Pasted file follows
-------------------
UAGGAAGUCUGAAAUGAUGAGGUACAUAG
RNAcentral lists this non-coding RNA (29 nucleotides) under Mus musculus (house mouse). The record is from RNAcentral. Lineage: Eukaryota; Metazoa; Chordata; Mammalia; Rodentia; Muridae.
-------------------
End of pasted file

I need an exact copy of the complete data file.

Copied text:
UAGGAAGUCUGAAAUGAUGAGGUACAUAG
RNAcentral lists this non-coding RNA (29 nucleotides) under Mus musculus (house mouse). The record is from RNAcentral. Lineage: Eukaryota; Metazoa; Chordata; Mammalia; Rodentia; Muridae.